mystery why Sanusi Lamido Sanusi is allowed to go on the rampage for
so long, propagating Islamic Banking in a multi-religious society
without the leader and President of the country calling
him to order to maintain the status of religious neutrality at
government level. If anything, it would have served to underscore the
secular structure of the country’s constitution. But respectable
Sanusi seems to have secured the blessing of the President well in
advance of his public posturing and no one knows how far this sell-out
of national interest behind the iron curtain may have gone in obvious
strategic horse-trading. Sanusi is now permitted to take a project
that members of other religions hold in high suspicion, to a level
that even a crafty military leader like Ibrahim Babaginda did not dare
to go for the purpose of avoiding the undue excitement of public
sensitivities. The farthest Babangida went was to enlist Nigeria in
the Islamic Conference Organization and only secretly too until the
bubble burst open on him. Today, President Jonathan has given Lamido
Sanusi the blank check to go on a daylight rampage.
President makes public statements that are logically not well
thought-through. He signals for instance, to government functionaries
that he would not sanction any senior government employee who fails to
come to work at the legally stipulated opening hour of 08 O’clock
because his target is to build institutions and not personalities. No
doubt a glaring error of this sort will not happen if the services of
capable speechwriters and consultants on public speeches are
comes the issue that I addressed in a previous essay in which I
chastised the President’s adamant stance of sticking to his present
style of quiet leadership without agenda-setting charisma. A group of
antithetic political elites committed to the destruction of his
Presidency has obviously taken the initiative to set the agenda. All
President Jonathan does today is to react to the tune dictated by the
hidden forces paying the piper’s music. He fails to speak out. Not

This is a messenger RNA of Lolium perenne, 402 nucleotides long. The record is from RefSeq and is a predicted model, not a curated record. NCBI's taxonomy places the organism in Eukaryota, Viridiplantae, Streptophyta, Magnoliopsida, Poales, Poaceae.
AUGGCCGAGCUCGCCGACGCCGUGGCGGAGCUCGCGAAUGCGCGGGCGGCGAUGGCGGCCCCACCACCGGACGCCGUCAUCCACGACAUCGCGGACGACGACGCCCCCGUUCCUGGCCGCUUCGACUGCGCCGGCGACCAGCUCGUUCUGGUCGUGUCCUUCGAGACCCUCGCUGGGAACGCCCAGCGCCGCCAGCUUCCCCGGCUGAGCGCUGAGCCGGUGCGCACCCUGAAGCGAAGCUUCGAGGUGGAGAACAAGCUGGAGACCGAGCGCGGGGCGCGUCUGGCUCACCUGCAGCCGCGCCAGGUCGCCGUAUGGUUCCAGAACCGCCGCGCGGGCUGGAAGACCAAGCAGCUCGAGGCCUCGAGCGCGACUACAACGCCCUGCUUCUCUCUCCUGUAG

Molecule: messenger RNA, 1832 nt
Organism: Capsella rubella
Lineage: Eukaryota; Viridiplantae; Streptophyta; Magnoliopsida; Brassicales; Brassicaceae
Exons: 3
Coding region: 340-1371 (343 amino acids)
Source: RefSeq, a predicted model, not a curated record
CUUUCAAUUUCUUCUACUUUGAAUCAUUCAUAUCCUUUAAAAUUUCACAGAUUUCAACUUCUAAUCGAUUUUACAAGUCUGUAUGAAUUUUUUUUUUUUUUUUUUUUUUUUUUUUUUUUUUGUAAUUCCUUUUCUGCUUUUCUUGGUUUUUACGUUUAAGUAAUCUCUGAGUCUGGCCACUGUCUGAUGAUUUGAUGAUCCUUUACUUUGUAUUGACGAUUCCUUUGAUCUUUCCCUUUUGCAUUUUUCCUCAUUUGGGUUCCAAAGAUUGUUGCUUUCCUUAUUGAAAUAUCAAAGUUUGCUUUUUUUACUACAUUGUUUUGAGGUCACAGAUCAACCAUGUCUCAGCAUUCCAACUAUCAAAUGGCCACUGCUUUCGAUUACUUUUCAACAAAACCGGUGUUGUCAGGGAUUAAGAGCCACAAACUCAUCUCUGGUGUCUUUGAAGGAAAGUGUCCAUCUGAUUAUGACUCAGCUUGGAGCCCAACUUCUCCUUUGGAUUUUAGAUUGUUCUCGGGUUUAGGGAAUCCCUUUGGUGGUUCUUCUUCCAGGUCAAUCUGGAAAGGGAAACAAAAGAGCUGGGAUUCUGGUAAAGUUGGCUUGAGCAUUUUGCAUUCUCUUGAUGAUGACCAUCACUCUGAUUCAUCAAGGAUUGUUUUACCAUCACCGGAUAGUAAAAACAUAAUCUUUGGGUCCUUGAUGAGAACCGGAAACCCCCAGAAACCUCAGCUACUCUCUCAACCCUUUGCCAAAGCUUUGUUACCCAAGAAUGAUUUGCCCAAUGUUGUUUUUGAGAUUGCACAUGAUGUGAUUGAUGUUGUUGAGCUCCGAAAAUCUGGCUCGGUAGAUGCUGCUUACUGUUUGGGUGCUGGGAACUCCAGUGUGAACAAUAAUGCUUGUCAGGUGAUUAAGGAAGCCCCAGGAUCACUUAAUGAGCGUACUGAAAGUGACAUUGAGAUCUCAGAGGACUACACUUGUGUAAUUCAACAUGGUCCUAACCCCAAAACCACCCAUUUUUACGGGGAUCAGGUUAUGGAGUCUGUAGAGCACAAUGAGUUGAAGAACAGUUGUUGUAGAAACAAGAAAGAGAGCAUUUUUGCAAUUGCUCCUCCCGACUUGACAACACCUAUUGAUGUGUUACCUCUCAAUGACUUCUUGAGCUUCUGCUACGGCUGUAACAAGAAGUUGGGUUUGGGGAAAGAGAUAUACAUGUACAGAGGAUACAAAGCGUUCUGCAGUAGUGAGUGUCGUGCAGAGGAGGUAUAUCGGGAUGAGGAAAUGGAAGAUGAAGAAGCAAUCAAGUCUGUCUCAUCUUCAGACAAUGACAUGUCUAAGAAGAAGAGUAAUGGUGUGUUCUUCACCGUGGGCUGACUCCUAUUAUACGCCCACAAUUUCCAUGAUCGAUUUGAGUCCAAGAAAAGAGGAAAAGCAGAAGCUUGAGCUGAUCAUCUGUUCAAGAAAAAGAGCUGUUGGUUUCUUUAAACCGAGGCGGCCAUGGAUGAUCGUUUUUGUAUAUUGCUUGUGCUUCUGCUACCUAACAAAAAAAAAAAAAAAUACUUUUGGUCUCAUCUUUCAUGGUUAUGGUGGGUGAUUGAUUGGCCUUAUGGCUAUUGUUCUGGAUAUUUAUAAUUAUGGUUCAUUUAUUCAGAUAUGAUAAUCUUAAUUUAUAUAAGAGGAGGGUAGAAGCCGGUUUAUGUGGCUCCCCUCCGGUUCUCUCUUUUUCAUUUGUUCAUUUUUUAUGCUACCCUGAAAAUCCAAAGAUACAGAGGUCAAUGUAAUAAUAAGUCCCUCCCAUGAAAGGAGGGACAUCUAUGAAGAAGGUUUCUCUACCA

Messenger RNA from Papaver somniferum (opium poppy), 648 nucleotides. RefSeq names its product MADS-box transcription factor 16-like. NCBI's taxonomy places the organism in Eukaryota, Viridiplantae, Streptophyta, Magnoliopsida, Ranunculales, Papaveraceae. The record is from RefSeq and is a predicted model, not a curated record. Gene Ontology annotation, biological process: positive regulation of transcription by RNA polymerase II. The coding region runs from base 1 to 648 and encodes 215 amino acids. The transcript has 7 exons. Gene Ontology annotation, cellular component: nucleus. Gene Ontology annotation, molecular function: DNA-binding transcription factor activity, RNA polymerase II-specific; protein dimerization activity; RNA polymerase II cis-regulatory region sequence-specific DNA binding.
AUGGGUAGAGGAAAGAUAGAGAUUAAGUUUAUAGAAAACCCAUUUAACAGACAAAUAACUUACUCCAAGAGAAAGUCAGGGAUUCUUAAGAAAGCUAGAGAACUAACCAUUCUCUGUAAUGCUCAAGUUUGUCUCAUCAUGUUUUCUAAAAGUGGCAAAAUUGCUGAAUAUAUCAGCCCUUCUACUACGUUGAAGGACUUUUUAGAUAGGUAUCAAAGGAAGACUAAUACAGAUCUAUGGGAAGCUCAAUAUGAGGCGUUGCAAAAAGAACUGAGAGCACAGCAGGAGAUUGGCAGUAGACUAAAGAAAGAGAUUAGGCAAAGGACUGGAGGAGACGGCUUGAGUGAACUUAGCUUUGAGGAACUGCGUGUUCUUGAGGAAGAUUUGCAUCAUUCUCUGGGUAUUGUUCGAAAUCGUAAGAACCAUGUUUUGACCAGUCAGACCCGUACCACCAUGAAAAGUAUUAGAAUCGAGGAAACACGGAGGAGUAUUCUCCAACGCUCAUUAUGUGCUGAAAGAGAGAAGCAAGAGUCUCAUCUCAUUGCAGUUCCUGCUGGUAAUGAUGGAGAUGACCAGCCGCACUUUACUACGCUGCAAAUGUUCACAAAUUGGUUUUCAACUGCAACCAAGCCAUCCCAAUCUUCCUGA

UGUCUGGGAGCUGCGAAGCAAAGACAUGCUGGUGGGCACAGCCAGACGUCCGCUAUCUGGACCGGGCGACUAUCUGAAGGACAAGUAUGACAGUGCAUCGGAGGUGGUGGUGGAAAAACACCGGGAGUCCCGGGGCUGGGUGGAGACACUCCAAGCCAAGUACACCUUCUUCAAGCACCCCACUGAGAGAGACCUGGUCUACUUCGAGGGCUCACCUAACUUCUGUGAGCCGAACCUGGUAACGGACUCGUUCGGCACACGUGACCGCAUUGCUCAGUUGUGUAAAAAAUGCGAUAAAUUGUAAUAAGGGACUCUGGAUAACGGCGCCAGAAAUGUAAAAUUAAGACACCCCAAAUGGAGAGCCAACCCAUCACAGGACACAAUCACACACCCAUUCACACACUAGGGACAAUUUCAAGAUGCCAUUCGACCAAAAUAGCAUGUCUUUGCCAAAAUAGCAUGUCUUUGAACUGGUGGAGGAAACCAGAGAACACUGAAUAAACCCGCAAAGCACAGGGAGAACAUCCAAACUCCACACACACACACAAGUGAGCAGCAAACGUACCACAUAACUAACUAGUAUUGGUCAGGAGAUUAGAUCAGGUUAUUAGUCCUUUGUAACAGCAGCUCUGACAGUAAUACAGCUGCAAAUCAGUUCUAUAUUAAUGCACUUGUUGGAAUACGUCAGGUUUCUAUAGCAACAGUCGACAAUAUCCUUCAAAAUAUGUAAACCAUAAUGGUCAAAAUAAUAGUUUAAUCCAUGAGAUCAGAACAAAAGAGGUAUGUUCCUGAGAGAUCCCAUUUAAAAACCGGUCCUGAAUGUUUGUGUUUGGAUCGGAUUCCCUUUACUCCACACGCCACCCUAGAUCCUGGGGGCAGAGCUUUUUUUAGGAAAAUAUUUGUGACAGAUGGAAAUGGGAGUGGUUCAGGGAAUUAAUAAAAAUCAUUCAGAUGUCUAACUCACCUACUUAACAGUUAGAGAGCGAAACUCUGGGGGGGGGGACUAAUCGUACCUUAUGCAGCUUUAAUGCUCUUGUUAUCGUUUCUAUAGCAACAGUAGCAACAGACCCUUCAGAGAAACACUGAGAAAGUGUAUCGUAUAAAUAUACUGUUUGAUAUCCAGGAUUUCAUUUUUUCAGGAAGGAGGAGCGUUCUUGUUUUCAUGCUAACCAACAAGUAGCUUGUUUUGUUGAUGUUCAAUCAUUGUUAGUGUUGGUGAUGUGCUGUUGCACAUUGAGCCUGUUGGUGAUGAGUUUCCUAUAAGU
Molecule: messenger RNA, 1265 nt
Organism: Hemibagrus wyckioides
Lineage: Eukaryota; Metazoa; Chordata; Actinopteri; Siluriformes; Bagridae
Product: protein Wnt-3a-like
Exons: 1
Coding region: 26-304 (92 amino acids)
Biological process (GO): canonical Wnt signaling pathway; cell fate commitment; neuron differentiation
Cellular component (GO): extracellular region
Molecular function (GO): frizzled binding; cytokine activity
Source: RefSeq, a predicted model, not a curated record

even through spokesmen and about the pressure that the hidden powers
are subjecting him to!
President Jonathan has two faces. The face of a competent
administrator well suited perhaps, for management as a technocrat and
the smooth-running of administrative machineries. President Jonathan
also bares the face of an invisible President, who has not understood
that the position is overwhelming him without the requisite craze,
audacity and assertiveness to hold the nation together. He is heading
for the realms in which the roof may collapse on his head and the
gains in economy and infrastructure may find no more place to unleash
their beauty. But did Nigeria have a choice? I would dare say No.
audacious and crazy Muhammadu Buhari would have been a good replica of
Olusegun Obasanjo that Nigeria needs so badly at this point in time.
But Buhari’s transparent tribal and religious leaning in favor of
northern hegemony and extreme intransigence clearly makes Goodluck
Jonathan the best bet that Nigeria had on Election Day. It does not
matter how well Muhammadu Buhari tried to disguise bigotry by choosing
a wayward self-proclaimed preacher Tunde Bakare as camouflage deputy.
An uncontrolled firebrand Tunde Bakare trying to outshine his
principal in anticipation of his own days at the top would have spelt
disaster for the project Nigeria.
Frisky Larr is author of the book “Nigeria’s Journalistic
Militantism” probing into the poor role of Journalism in Nigeria!